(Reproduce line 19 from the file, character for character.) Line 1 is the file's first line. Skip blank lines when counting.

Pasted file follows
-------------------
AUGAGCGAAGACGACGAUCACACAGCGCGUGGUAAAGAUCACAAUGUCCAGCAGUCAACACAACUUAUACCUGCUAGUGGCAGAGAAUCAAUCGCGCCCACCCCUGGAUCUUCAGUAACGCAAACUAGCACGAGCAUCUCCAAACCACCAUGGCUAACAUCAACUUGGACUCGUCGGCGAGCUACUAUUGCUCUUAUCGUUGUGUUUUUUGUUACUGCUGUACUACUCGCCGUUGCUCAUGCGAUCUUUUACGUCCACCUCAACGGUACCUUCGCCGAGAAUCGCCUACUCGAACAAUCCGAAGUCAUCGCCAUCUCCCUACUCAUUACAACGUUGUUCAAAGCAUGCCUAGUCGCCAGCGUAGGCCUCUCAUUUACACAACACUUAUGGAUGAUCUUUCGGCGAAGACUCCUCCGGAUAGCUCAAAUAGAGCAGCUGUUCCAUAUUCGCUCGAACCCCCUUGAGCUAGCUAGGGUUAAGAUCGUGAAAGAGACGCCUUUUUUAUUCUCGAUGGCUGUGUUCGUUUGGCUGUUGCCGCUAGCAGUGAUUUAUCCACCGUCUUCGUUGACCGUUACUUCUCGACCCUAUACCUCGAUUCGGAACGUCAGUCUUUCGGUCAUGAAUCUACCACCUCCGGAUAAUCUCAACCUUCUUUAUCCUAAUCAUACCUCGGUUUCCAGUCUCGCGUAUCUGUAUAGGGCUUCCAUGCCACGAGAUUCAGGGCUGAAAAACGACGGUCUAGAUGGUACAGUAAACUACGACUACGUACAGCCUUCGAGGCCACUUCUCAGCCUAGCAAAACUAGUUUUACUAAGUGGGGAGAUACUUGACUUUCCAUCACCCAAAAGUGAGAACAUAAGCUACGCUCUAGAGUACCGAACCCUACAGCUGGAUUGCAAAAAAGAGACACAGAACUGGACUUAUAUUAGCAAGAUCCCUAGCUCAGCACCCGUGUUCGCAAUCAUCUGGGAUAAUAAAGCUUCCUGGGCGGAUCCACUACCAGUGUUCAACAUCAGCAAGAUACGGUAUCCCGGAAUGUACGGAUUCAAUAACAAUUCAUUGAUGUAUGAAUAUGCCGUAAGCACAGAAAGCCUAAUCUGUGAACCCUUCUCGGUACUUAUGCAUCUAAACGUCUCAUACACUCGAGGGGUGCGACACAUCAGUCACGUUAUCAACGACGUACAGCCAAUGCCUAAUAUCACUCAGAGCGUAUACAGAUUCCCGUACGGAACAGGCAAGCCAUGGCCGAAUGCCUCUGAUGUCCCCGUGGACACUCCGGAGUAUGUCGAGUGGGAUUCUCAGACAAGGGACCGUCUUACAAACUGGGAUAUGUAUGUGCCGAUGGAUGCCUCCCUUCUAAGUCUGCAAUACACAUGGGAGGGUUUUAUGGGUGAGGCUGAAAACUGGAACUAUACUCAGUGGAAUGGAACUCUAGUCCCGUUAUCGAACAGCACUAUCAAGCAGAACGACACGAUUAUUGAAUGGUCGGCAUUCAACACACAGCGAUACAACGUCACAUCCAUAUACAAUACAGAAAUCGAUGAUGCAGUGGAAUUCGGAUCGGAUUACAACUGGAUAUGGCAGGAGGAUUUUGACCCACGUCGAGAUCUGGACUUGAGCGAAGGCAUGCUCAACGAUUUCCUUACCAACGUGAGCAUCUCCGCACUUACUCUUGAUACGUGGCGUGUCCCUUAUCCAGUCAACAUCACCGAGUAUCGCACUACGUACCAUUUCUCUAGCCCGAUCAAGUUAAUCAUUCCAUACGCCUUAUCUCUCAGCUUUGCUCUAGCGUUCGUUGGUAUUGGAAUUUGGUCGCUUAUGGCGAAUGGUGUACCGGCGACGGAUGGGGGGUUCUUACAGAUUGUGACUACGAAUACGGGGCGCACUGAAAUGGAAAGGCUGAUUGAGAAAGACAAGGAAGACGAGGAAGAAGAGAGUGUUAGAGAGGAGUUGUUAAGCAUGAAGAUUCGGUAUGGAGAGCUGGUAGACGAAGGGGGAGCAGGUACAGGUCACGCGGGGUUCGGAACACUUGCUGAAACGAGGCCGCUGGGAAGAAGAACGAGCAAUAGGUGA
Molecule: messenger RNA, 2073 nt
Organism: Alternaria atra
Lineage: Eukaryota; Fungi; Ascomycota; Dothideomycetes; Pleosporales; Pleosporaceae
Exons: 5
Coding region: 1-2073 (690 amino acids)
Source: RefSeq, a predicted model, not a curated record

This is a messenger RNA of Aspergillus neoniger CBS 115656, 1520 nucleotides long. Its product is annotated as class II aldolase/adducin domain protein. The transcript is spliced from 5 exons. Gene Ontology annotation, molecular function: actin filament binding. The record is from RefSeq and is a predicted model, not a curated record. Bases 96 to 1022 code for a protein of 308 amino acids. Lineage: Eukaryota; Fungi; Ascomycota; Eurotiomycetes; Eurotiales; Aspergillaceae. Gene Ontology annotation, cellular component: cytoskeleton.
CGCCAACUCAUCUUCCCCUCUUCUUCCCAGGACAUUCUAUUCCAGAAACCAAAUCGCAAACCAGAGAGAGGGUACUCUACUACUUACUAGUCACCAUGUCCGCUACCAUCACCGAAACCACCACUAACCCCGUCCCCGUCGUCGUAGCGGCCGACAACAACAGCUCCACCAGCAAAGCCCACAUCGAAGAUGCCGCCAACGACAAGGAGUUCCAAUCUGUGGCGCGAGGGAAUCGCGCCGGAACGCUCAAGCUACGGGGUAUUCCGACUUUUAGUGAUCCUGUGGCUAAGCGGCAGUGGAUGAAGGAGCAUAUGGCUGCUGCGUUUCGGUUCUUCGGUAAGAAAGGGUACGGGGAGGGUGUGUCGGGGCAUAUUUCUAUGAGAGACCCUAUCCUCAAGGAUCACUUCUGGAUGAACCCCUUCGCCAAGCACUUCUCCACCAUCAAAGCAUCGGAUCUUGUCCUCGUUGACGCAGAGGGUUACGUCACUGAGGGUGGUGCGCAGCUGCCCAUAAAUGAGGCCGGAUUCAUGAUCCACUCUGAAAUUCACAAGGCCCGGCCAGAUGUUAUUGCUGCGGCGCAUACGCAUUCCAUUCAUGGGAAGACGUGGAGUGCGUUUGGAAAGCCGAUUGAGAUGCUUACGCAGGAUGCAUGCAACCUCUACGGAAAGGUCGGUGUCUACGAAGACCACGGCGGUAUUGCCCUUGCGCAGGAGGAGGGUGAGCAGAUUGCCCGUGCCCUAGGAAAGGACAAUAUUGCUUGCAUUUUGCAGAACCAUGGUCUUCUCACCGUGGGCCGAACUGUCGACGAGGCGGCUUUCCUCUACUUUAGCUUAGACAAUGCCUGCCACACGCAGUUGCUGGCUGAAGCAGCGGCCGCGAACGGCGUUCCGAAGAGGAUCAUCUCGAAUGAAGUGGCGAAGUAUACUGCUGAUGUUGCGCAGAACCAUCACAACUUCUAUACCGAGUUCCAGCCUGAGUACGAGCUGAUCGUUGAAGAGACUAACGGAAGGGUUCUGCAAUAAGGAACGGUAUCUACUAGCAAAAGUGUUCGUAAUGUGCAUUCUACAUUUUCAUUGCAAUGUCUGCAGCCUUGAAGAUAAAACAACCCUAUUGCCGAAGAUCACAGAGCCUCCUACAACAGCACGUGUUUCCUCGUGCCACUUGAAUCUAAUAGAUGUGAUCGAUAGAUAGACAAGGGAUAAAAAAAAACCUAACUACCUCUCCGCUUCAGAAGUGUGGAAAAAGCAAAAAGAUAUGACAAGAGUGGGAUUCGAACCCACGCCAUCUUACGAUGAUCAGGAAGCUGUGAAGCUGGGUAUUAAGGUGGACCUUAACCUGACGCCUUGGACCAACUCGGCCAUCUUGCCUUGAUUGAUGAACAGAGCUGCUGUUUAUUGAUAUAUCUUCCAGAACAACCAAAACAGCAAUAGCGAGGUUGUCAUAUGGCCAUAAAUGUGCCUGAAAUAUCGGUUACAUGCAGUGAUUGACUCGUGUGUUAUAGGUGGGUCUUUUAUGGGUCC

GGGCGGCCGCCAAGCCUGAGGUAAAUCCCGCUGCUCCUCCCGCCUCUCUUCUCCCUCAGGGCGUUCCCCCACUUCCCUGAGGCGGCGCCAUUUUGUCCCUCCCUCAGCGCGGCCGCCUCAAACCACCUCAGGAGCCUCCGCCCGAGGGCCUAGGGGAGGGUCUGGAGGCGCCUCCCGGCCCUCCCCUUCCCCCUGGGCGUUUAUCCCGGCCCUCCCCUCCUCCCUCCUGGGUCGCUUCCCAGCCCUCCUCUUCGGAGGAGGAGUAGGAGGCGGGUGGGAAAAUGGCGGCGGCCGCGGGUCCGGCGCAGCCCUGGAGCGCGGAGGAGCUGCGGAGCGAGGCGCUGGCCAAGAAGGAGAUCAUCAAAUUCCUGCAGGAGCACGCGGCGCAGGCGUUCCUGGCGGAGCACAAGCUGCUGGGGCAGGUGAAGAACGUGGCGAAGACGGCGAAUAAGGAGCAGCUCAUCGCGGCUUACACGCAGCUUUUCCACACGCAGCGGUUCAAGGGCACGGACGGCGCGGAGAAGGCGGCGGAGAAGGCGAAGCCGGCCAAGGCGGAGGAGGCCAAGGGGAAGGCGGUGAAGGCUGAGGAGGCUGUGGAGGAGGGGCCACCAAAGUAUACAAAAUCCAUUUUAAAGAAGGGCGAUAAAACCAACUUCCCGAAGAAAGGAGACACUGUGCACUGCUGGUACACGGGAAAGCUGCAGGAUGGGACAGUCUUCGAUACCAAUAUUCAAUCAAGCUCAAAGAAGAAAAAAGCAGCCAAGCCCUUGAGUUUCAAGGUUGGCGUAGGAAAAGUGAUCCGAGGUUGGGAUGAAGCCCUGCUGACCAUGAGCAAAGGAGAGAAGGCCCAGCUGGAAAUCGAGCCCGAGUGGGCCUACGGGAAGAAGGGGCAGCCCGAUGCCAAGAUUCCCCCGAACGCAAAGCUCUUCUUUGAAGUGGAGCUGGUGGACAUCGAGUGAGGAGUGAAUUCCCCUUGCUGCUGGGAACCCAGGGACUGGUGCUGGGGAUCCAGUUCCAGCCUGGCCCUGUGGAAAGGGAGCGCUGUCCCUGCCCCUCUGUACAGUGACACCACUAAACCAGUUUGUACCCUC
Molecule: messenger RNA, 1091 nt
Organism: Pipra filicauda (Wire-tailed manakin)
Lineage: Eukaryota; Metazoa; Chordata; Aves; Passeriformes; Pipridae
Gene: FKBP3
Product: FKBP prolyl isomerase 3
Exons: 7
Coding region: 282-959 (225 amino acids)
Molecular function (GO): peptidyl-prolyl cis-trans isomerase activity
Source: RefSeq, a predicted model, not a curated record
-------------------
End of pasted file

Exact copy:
Source: RefSeq, a predicted model, not a curated record